Like many families’ ancestors, my maternal grandmother learned to save everything and to reuse items long before the popular “repurposing” trend. Throughout her married life in Michigan, she practiced this home economy even when it was no longer necessary; she salvaged buttons, remade dresses, canned and preserved foods, and saved bacon fat to add with to the lard for her holiday cookies. She made special holiday goodies: peppermint drops, molasses crinkles, gingerbread men, and church glass windows. But the most memorable treat, and the one I most associate with the holidays is her rolled sugar cookies. Her recipe came from her favorite cookbook: Practical Cookery, published in 1945.
My grandmother was sweet, strong, and stout. When I was five, she attacked the cookie dough with her rolling pin as I eagerly watched and waited. Her old cat-eye spectacles smudged with flour, she cheerfully pressed her sugar cookies with timeless cookie cutter shapes: Santa with his pack, a plump Christmas tree, an angel with fragile wings, a gingerbread man, and a gently curved bell. She helped me roll the dough, covering my tiny hands with hers, the knobs of the rolling pin pressed beneath my fingers. I still remember the feel of her tender kiss on the top of my head.
The cookie-baking tradition continued during our childhood in the farmhouse’s kitchen. My mother also used Grandma’s sugar cookie recipe, and we children made cookies using the same standard shapes my grandmother used. During those years, there was usually a baby brother in the wooden highchair, kicking and gurgling as the rest of us frosted warm cookies and licked our sticky fingers. We had different colored icing—usually blue, green, and red—and an assortment of candies and sprinkles to embellish our crispy treats. It seemed like it took a whole Saturday afternoon, and I’m sure it took every speck of patience our dear mother possessed. She circled the table, guiding the rolling pin, helping to move the fragile shapes to the empty cookie sheets. We rolled, baked, frosted, and filled boxes and plates with our tasty creations.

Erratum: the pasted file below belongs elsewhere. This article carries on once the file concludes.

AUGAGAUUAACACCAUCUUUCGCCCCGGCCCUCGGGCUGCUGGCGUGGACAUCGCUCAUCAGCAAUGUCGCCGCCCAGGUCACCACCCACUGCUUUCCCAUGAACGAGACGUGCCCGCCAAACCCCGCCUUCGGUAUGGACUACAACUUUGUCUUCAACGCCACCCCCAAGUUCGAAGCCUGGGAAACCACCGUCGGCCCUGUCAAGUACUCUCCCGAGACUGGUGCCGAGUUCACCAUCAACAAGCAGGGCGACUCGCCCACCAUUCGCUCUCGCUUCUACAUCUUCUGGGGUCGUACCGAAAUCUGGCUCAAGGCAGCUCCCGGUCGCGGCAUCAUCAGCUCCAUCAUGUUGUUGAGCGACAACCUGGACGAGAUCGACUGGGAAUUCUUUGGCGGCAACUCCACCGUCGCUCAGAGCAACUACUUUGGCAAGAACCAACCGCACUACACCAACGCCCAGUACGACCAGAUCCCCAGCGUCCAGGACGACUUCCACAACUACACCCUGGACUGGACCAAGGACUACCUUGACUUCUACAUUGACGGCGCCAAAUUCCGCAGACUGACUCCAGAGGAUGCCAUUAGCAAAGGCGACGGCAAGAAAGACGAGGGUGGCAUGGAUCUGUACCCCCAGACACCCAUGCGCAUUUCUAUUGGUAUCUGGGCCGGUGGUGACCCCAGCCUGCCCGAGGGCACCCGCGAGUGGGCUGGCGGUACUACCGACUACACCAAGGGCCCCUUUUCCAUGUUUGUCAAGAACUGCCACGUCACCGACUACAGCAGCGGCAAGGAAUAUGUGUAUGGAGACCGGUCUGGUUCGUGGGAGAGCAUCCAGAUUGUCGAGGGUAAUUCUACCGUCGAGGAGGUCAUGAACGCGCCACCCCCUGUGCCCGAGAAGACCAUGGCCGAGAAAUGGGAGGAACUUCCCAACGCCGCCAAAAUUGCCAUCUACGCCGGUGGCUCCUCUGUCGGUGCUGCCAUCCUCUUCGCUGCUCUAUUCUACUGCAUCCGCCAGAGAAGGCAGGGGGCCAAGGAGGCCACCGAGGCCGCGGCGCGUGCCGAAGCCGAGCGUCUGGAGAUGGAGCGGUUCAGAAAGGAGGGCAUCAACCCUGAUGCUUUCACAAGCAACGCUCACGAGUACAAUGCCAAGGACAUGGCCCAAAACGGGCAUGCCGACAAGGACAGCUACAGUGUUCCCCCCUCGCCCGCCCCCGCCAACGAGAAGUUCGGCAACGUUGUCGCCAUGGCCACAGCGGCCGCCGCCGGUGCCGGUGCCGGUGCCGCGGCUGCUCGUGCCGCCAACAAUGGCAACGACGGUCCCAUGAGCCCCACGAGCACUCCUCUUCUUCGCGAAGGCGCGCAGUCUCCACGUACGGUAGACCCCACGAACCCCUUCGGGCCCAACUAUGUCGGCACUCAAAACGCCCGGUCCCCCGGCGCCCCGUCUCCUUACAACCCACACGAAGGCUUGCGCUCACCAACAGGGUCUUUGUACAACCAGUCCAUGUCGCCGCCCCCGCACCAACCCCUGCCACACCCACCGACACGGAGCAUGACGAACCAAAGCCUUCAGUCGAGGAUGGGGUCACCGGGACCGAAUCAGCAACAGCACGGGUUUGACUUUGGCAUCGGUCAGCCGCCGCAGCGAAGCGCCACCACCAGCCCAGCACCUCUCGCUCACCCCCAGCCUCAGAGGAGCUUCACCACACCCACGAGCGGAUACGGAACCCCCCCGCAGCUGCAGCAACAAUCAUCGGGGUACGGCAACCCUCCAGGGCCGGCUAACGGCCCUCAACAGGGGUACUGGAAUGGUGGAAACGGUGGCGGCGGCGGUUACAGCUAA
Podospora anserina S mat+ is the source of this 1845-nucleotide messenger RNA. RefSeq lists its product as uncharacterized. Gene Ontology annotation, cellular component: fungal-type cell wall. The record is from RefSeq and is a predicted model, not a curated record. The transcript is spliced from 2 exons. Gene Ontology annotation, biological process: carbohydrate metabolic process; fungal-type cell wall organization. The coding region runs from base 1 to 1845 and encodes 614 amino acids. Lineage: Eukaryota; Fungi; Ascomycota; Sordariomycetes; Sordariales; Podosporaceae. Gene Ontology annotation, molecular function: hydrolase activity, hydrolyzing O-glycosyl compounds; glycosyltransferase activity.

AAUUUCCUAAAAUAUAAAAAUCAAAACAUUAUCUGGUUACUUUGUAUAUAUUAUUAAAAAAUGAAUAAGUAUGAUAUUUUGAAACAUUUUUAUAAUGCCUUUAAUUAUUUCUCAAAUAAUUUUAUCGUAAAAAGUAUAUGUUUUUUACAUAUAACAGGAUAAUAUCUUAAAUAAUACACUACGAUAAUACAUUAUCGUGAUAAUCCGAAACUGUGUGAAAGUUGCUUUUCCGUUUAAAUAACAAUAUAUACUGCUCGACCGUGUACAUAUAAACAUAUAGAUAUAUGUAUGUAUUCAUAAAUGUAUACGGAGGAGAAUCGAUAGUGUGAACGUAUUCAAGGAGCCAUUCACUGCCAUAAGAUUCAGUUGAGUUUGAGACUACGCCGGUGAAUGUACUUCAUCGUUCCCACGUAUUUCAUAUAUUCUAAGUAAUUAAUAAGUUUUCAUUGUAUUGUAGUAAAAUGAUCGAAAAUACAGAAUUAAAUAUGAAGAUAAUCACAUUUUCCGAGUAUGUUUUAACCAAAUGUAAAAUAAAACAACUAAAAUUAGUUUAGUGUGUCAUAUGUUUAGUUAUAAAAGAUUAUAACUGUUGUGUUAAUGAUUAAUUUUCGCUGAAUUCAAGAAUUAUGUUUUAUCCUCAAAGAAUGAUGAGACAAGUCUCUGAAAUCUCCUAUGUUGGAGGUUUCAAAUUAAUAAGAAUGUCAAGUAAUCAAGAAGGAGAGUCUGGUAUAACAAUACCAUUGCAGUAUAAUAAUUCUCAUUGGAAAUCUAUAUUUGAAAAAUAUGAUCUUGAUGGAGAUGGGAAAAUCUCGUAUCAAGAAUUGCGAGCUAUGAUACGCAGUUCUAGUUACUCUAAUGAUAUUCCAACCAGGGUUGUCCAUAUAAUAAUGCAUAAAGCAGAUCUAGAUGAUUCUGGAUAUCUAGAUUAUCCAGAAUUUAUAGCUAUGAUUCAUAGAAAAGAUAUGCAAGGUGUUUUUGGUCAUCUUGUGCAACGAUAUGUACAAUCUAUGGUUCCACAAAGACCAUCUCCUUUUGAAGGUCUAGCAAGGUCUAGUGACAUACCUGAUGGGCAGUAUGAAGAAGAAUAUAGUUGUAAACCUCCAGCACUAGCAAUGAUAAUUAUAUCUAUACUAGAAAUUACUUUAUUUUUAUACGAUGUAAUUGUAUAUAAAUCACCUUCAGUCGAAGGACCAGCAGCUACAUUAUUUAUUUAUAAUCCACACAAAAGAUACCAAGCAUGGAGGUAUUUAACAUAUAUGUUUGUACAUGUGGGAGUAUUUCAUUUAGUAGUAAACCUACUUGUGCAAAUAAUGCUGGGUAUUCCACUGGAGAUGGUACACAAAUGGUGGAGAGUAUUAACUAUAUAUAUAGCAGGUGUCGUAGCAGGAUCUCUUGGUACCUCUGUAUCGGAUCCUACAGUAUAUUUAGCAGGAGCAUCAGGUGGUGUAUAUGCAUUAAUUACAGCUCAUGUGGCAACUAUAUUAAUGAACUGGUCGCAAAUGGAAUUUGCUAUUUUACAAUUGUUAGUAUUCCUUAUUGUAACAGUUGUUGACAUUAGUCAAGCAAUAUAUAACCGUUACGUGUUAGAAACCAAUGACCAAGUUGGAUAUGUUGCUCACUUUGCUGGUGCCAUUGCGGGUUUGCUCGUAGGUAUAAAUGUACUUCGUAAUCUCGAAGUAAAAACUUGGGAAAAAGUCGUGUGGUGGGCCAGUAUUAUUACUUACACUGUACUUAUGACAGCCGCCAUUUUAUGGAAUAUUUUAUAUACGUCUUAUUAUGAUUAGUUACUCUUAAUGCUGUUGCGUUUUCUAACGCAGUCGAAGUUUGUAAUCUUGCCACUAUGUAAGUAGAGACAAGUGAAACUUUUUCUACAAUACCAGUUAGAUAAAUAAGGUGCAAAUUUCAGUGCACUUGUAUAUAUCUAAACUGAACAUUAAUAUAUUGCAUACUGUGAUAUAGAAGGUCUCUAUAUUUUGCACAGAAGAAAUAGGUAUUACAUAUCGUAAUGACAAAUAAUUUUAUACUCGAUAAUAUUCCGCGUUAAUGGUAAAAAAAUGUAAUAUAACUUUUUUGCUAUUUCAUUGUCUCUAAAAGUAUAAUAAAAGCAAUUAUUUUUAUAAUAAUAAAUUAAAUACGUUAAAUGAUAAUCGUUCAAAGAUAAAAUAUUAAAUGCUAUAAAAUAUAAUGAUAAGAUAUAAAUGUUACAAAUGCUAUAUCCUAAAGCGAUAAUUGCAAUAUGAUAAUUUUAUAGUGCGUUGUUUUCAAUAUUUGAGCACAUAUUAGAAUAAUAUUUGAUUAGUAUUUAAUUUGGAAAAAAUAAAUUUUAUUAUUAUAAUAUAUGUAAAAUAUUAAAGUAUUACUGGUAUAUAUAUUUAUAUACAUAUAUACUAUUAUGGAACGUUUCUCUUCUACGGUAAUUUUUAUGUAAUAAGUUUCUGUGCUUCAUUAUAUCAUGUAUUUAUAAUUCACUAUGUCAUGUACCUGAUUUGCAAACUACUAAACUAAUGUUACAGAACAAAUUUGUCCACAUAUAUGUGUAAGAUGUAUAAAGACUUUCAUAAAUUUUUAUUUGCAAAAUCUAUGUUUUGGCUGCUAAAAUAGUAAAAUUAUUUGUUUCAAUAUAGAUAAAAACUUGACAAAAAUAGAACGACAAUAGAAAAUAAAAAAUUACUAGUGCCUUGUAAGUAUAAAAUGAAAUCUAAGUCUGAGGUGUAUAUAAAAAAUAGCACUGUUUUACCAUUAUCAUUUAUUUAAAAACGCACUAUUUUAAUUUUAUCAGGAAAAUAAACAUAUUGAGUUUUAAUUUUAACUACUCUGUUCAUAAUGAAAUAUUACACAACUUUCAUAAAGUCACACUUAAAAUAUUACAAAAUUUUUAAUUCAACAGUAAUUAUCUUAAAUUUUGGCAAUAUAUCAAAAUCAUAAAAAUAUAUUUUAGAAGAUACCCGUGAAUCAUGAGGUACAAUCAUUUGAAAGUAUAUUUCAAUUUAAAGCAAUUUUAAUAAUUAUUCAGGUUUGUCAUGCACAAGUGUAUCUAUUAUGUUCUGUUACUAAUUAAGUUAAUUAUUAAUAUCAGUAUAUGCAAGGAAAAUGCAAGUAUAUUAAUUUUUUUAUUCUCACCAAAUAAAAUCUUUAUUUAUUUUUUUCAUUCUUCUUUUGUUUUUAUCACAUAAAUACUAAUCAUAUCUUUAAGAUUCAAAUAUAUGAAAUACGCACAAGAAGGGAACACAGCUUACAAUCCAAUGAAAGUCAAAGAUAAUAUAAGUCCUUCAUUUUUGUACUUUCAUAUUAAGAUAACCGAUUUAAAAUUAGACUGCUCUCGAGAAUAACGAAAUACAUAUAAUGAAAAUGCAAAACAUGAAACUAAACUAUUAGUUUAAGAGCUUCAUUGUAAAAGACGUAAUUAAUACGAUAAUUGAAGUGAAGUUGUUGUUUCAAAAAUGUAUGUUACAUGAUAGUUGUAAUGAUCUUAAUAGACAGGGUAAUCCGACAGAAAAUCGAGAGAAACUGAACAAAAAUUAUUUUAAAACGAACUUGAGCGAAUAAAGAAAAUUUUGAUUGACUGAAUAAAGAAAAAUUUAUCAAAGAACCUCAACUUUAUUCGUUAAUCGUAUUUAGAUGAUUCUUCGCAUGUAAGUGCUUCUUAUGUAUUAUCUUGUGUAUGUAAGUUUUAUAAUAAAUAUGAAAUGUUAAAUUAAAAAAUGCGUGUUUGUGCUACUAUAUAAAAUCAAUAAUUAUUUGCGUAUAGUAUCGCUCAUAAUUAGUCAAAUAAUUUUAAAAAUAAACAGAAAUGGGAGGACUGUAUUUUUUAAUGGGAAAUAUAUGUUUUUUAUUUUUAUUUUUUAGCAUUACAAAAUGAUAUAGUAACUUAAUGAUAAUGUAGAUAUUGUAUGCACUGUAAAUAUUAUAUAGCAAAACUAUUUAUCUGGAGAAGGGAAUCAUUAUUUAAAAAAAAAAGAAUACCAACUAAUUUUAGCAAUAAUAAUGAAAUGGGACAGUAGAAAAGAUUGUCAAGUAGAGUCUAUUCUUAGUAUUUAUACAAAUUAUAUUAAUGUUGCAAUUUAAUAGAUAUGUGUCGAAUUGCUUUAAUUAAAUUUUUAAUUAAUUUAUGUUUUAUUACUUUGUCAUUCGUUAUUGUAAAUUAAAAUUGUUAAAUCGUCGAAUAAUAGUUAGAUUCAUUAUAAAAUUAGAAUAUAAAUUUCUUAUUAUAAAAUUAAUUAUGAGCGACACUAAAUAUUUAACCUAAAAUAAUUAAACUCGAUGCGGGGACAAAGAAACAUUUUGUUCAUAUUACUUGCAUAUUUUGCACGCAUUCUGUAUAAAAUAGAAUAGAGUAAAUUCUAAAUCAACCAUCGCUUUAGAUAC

Winter snow fell as the December sky darkened: the comforting smells of cookies cooling on the counter, supper simmering on the stove, and wool mittens drying on the heat vent filled that old kitchen. Eventually, stomping his feet and removing his stocking cap, our hungry father came in from the cold and his evening chores. Proudly, each of us carefully selected a special cookie for him from our private cache. He savored each cookie and each of our faces, and he mirrored the joy we all found in our afternoon of baking.
I followed the same recipe when holiday baking with our three children, and I hope to bake cookies with our grandchildren this December. I will used my grandmother’s rolling pin—a prized possession I have cherished since her death in 1978. Many of her cookie cutters hang on our kitchen wall, and I will wash and use them, treasuring and honoring this generational tradition.
The same Michigan sky will darken, beautiful snowflakes will fall, and my grandchildren’s sweet voices—and my grandmother’s memory—will linger in my cozy kitchen.
It’s a Fine Life.